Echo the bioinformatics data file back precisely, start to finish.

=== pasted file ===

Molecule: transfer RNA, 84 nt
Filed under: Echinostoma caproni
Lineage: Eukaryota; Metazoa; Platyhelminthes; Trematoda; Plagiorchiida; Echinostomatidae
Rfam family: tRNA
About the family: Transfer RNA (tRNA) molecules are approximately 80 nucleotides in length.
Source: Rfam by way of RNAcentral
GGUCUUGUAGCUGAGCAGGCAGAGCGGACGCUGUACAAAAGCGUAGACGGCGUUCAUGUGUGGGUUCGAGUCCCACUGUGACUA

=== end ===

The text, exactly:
Molecule: transfer RNA, 84 nt
Filed under: Echinostoma caproni
Lineage: Eukaryota; Metazoa; Platyhelminthes; Trematoda; Plagiorchiida; Echinostomatidae
Rfam family: tRNA
About the family: Transfer RNA (tRNA) molecules are approximately 80 nucleotides in length.
Source: Rfam by way of RNAcentral
GGUCUUGUAGCUGAGCAGGCAGAGCGGACGCUGUACAAAAGCGUAGACGGCGUUCAUGUGUGGGUUCGAGUCCCACUGUGACUA